BY FRANCESCO SACCA
Welcome back to the Francesco report! (and no, this will not be the last that I will be saying that, it will catch on)
For this week, we have been served up some rather interesting articles regarding the “new left” and “new right” ideologies that arose into place not long after the end of WWII. From what I can derive from the readings, there seems to have been a great attempt by people all over the European world (France, Germany, Italy etc) to try and replace the fascism of the Nazi’s with their own subdued versions. One example that is represented in two of these sources is that of the ND (or Nouvelle Droite) which was basically the “new right”. The new and improved way to support white power and segregate those who were seen as lesser. While this new theology may have been better then the Nazi regime and their ideals, this was not an improvement upon matters. This was simply a way to make fascist ideals more acceptable in the modern world. Although, with this “new right” there also comes the balance of the “new left”, which can be seen by writer Frank Biess, in an article titled: Revolutionary Angst. In this article, the reader learns of a West German student movement that was able to gain real ground in the year 1967, when they claimed their first martyr, a man by the name of Benno Ohnesorg, who was killed during a “cleaning up” at the West Berlin Opera by police officers. The death of this man was taken to heart by many students who believed that this action by the officers; “had ripped the mask off the face of West German state and society.”. The author goes on to say that the Federal Republic had now become a “democracy of anger”. With these samples, a balancing act of opposing ideologies is made quite clear and is still being debated today.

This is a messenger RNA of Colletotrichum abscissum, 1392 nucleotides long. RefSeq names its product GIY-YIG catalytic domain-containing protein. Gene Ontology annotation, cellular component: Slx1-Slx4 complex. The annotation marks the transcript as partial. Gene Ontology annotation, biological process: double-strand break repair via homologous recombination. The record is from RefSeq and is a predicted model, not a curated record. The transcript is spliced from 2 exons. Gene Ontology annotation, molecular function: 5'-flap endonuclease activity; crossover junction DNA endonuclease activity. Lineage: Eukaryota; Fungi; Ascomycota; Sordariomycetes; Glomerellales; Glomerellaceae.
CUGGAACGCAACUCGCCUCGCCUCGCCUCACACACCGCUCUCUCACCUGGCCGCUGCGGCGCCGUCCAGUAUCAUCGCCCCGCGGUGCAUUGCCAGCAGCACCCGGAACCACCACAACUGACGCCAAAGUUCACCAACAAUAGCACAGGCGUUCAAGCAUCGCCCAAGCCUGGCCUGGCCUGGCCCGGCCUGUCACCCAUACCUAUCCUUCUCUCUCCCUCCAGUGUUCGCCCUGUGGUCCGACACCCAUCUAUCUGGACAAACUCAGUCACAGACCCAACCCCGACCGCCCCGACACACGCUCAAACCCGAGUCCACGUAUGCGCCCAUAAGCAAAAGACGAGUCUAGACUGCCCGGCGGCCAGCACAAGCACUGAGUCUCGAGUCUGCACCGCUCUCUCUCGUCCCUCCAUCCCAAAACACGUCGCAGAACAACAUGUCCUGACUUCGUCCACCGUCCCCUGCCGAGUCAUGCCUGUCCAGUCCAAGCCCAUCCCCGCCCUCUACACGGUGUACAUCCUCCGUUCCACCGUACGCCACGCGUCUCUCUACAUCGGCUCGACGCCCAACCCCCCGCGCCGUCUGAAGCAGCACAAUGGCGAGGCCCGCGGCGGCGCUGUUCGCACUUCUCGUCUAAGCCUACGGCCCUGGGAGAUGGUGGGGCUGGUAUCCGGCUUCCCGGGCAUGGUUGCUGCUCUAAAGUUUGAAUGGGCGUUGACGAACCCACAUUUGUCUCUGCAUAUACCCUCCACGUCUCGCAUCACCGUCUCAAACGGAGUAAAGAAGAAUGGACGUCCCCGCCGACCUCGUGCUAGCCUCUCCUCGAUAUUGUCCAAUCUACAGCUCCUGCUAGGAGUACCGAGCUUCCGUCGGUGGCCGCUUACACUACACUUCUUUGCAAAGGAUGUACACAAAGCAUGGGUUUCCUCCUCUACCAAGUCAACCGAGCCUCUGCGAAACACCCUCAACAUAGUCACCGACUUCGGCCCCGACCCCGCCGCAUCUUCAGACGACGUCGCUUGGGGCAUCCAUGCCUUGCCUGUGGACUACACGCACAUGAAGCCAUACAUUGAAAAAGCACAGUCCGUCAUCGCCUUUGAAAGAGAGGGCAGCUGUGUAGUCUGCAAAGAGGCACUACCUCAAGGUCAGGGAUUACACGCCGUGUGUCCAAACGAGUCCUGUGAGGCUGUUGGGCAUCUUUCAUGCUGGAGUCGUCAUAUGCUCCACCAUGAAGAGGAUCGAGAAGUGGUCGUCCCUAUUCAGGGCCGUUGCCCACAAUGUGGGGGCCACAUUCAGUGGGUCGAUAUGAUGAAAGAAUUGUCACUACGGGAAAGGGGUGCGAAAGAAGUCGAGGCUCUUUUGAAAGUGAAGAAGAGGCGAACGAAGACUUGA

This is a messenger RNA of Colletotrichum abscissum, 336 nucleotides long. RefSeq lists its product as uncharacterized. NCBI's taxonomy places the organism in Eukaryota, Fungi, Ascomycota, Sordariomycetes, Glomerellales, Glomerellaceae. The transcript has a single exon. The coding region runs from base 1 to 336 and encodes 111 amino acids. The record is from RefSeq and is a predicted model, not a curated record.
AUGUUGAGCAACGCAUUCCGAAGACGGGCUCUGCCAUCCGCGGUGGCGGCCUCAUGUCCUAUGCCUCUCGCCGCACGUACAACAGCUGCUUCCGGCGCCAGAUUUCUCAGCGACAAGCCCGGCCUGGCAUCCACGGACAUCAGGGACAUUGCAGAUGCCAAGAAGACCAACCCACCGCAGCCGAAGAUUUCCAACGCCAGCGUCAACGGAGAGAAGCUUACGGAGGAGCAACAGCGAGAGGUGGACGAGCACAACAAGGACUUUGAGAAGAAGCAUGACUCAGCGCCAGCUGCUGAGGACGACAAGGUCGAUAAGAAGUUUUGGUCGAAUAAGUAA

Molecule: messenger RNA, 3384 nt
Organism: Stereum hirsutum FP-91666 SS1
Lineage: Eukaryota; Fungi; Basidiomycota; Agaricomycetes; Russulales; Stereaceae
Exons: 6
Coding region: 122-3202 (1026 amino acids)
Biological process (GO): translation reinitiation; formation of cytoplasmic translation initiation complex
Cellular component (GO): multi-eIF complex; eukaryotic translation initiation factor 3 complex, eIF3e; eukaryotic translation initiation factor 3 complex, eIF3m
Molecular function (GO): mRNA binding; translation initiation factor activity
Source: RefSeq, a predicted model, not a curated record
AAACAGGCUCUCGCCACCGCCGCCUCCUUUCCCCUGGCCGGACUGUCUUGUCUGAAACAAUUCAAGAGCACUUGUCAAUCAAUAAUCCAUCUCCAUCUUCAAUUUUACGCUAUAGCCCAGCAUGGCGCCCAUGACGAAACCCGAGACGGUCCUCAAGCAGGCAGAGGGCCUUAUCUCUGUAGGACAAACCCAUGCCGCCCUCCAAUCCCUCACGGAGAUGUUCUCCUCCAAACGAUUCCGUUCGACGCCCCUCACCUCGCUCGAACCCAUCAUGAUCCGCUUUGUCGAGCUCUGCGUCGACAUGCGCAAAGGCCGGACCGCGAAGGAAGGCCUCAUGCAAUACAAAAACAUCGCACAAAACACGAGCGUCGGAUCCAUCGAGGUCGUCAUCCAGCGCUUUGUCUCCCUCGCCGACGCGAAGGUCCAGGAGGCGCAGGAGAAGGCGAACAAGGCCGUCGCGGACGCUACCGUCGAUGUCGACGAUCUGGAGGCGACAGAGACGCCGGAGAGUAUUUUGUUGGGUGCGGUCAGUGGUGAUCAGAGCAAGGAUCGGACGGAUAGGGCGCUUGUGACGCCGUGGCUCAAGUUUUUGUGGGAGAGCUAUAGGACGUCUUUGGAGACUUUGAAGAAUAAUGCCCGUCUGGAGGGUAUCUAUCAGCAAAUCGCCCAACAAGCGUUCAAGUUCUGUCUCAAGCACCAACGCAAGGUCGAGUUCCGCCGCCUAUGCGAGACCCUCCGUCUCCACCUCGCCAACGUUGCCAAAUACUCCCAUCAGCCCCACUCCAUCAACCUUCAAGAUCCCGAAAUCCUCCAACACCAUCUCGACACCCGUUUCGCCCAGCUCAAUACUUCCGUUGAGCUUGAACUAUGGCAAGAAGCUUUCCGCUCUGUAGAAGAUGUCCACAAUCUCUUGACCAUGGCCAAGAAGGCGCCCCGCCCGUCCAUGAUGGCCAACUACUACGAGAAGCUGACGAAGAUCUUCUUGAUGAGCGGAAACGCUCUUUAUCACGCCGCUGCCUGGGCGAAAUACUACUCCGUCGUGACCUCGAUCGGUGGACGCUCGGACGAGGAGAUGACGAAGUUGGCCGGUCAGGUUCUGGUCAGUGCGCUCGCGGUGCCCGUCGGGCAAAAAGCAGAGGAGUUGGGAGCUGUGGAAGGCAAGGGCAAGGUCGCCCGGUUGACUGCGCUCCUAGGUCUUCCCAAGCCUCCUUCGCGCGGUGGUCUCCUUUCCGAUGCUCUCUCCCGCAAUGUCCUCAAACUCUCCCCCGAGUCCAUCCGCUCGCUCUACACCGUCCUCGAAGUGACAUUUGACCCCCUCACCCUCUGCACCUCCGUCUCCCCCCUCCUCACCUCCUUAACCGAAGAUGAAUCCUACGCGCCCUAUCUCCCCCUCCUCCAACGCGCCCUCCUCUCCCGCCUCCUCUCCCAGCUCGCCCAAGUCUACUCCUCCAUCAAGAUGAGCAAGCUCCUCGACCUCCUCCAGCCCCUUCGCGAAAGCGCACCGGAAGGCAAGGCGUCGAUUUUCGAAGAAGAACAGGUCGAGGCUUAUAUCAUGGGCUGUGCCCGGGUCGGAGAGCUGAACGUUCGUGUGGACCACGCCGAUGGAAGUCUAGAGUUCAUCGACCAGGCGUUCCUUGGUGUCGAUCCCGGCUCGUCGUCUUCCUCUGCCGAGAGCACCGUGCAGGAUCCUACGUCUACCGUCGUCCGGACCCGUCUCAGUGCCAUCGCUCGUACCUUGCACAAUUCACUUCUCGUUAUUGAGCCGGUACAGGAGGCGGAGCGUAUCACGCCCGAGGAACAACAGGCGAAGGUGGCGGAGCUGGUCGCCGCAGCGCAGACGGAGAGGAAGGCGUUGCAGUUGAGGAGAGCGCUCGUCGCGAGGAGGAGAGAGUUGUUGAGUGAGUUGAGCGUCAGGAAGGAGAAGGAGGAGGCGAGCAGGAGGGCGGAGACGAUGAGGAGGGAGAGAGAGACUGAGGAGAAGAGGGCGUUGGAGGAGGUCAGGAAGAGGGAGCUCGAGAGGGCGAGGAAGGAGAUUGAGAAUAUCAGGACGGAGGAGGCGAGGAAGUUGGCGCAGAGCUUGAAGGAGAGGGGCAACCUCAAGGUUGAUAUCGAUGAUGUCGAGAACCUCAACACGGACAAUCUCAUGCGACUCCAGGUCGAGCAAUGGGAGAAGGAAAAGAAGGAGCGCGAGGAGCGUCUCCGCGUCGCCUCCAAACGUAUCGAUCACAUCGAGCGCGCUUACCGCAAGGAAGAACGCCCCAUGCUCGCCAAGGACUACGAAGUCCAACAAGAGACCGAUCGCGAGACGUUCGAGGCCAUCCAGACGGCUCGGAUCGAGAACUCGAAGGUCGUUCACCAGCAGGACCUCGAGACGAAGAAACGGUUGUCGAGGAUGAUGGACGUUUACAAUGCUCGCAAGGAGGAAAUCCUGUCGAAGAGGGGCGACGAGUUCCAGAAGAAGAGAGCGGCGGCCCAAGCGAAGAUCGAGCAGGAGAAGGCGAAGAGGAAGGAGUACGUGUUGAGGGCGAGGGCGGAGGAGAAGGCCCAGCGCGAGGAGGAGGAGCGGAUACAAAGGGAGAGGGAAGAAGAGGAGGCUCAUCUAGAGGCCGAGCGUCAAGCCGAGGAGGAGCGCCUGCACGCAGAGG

A photo depicting the Benno Ohnesorg (laying down) and Friederike Dollinger (cradling his head). Frank Biess states that this image “became an iconic image of the student movement.”.
Sources (just in case any of you want to follow up on any of this info)
Frank Biess, “Revolutionary Angst” German Angst: Fear and Democracy in the Federal Republic of Germany (Oxford, UK: Oxford University Press, 2020), 195-241.
Robert Deam Tobin, “The Evolian Imagination: Gender, Race, and Class from Fascism to the New Right” Journal of Holocaust Research vol. 35, Issue2 (Confronting Hatred; Neo-Nazim, Antisemitism, and Holocaust Studies): 75-90.
Roger Griffin, “Between Metapolitics and Apoliteia: The Nouvelle Droite’s Strategy for Conserving the Fascist Vision in the ‘Interregnum.’” Modern & Contemporary France, vol. 8, no. 1 (Feb. 2000): pp. 35–53.
Tamir Bar-On, “Transnationalism and the French Nouvelle Droite.” Patterns of Prejudice, vol. 45, no. 3 (July 2011): 199–223.